Monday, April 7, 2014

Observing & Writing Dialog With Mohana Rajakumar

Please meet Mohana Rajakumar, this week’s featured author!

Mohanalakshmi Rajakumar is a South Asian American who has lived in Qatar since 2005. Moving to the Arabian Desert was fortuitous in many ways since this is where she met her husband, had a baby, and made the transition from writing as a hobby to a full time passion.  She has since published seven e-books including a mom-ior for first time mothers, Mommy But Still Me, a guide for aspiring writers, So You Want to Sell a Million Copies, a short story collection, Coloured and Other Stories, and a novel about women’s friendships, Saving Peace.
Her recent books have focused on various aspects of life in Qatar. From Dunes to Dior, named as a Best Indie book in 2013, is a collection of essays related to her experiences as a female South Asian American living in the Arabian Gulf. Love Comes Later was the winner of the Best Indie Book Award for Romance in 2013 and is a literary romance set in Qatar and London. The Dohmestics is an inside look into compound life, the day to day dynamics between housemaids and their employers.
After she joined the e-book revolution, Mohana dreams in plotlines. Learn more about her work on her website at or follow her latest on Twitter: @moha_doha.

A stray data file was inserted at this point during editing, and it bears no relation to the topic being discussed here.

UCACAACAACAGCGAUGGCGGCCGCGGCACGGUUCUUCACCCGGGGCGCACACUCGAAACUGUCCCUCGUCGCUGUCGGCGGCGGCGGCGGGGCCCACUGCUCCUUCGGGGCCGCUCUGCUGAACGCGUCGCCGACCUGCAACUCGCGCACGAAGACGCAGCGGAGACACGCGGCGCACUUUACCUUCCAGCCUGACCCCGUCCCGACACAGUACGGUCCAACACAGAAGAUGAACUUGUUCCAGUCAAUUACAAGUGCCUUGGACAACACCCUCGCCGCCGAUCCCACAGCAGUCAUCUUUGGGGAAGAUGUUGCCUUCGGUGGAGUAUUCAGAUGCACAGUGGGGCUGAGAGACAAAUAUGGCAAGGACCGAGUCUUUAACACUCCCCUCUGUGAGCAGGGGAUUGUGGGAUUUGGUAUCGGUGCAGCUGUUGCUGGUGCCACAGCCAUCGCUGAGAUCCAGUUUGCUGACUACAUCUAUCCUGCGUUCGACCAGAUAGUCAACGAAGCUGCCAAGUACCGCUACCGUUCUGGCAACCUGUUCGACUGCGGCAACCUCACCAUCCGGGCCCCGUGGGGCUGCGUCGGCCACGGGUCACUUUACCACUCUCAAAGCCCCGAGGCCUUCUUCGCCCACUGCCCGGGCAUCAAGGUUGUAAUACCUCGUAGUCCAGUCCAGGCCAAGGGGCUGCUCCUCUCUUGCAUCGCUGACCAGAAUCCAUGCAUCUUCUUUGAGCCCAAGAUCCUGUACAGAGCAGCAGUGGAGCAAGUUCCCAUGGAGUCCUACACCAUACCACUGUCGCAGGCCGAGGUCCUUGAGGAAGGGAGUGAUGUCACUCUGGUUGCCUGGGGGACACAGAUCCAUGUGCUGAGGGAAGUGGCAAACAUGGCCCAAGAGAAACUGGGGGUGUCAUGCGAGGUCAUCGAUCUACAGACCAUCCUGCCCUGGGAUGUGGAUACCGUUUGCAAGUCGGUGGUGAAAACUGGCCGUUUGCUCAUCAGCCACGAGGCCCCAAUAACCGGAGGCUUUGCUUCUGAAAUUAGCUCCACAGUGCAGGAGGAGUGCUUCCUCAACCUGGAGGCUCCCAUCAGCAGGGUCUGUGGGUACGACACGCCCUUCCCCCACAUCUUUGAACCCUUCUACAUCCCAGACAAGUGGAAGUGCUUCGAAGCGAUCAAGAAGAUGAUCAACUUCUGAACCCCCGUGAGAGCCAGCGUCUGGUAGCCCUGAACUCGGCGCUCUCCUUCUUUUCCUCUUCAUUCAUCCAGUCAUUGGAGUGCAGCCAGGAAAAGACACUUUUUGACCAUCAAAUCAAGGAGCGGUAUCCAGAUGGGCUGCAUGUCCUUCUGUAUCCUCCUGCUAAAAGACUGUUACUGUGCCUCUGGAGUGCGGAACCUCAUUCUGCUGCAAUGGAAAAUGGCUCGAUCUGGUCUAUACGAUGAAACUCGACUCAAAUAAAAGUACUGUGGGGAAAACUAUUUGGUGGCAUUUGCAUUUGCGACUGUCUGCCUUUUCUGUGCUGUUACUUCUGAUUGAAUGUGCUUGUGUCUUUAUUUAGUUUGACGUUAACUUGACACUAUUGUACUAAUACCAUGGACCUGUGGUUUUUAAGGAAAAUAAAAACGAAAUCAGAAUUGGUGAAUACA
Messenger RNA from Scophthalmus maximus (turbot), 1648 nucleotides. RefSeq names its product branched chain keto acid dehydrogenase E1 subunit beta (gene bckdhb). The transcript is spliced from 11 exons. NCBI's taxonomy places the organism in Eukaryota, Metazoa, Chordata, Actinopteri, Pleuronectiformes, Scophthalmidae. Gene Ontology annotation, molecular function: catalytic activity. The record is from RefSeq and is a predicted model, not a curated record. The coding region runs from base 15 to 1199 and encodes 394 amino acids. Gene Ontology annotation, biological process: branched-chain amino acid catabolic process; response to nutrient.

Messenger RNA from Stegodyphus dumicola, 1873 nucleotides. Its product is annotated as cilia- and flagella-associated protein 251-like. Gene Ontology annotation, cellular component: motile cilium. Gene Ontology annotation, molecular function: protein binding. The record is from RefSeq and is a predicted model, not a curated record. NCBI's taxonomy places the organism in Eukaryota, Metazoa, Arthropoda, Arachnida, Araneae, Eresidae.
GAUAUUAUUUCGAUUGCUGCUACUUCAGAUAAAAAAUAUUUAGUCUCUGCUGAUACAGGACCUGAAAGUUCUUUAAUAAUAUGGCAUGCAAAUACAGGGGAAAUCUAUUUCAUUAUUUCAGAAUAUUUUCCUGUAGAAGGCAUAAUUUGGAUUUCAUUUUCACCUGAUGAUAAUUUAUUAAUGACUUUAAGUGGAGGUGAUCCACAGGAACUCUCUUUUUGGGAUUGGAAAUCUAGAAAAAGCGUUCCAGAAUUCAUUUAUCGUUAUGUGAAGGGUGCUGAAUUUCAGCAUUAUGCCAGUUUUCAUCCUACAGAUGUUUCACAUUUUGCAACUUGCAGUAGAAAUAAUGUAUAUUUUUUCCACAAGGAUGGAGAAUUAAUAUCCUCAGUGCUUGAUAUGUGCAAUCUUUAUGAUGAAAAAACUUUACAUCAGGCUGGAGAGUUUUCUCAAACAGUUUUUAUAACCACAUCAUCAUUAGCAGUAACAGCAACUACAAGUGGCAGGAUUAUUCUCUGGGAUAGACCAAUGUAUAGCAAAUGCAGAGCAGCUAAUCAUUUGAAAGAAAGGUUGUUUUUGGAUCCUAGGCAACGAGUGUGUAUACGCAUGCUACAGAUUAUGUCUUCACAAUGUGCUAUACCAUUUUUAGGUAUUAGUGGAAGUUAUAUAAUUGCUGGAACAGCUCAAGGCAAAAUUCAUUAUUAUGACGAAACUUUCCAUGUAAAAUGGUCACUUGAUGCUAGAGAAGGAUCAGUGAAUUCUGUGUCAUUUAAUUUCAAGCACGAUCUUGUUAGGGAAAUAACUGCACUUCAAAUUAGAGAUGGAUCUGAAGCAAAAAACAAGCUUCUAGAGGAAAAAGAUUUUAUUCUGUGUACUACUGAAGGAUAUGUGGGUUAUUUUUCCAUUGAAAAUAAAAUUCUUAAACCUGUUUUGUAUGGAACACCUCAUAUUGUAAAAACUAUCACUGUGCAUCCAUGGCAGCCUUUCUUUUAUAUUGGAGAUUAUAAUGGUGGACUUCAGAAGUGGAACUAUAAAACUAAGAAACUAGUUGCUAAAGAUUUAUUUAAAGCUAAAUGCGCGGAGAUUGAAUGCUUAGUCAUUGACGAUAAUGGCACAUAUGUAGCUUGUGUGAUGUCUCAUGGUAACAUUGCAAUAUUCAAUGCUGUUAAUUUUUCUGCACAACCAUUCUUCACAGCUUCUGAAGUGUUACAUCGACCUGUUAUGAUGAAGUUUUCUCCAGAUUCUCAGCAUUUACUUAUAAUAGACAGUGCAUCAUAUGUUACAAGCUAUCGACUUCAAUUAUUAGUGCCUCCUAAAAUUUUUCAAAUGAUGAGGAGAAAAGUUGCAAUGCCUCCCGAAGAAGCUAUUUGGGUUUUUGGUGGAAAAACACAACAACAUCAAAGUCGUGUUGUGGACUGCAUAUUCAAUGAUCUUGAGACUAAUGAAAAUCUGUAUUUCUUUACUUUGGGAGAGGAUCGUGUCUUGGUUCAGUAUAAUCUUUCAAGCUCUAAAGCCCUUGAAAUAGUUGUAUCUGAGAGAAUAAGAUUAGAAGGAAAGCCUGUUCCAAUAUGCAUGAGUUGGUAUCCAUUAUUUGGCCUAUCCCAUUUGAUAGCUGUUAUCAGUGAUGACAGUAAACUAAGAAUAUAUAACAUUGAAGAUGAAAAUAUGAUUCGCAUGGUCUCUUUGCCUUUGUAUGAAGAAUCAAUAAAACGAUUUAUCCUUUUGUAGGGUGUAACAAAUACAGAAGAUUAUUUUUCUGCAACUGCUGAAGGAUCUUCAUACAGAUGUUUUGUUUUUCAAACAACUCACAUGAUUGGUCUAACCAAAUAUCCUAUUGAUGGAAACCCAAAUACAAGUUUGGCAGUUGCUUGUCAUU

First, please tell us a bit about what you write and why dialog is important in your work.

People exist in communities and a large part of this includes talking: whether arguing, agreeing, or loving. You can’t have good writing without dialogue because we need to know how these character feel about each other without being told.

Listening is an integral piece of "people watching". Do you "people listen" automatically, or do you make a deliberate effort?

I need to make more of an effort to listen; I’m a notorious interrupter, especially when I’m excited about what people are saying (or angered). Interrupting is really rude so I’m going to try my best to stop!

Humans exchange a lot of information paraverbally, that is, through intonation, pacing/rhythm, volume, and enunciation. What paraverbal cues are you most sensitive or tuned into as an author, an observer, and a participant?

Volume is big for me; if I hear an increase in volume, “I get my back up” as the saying goes or I go on offense. It’s a trigger and I can’t help it. Now with two young kids, I work at lowering my voice when I want to make a point.

Do you enjoy writing dialog? Is there anything about writing dialog that you find challenging?

There’s that one moment between two characters – particularly in a budding romance – that can have aha! feeling that is magical. Trying to find it though, can be very, very difficult.

What have you learned about yourself and your relationships by observing real life & fictional dialog?

We don’t speak in speeches; we interrupt, agree, make assuring or disapproving noises. Human communication is full of little notes that move it forward and back; a constant dynamic, flexible process.

Do you have any characters with catchphrases or verbal habits? What are they? How do these personal quirks add depth to your characters?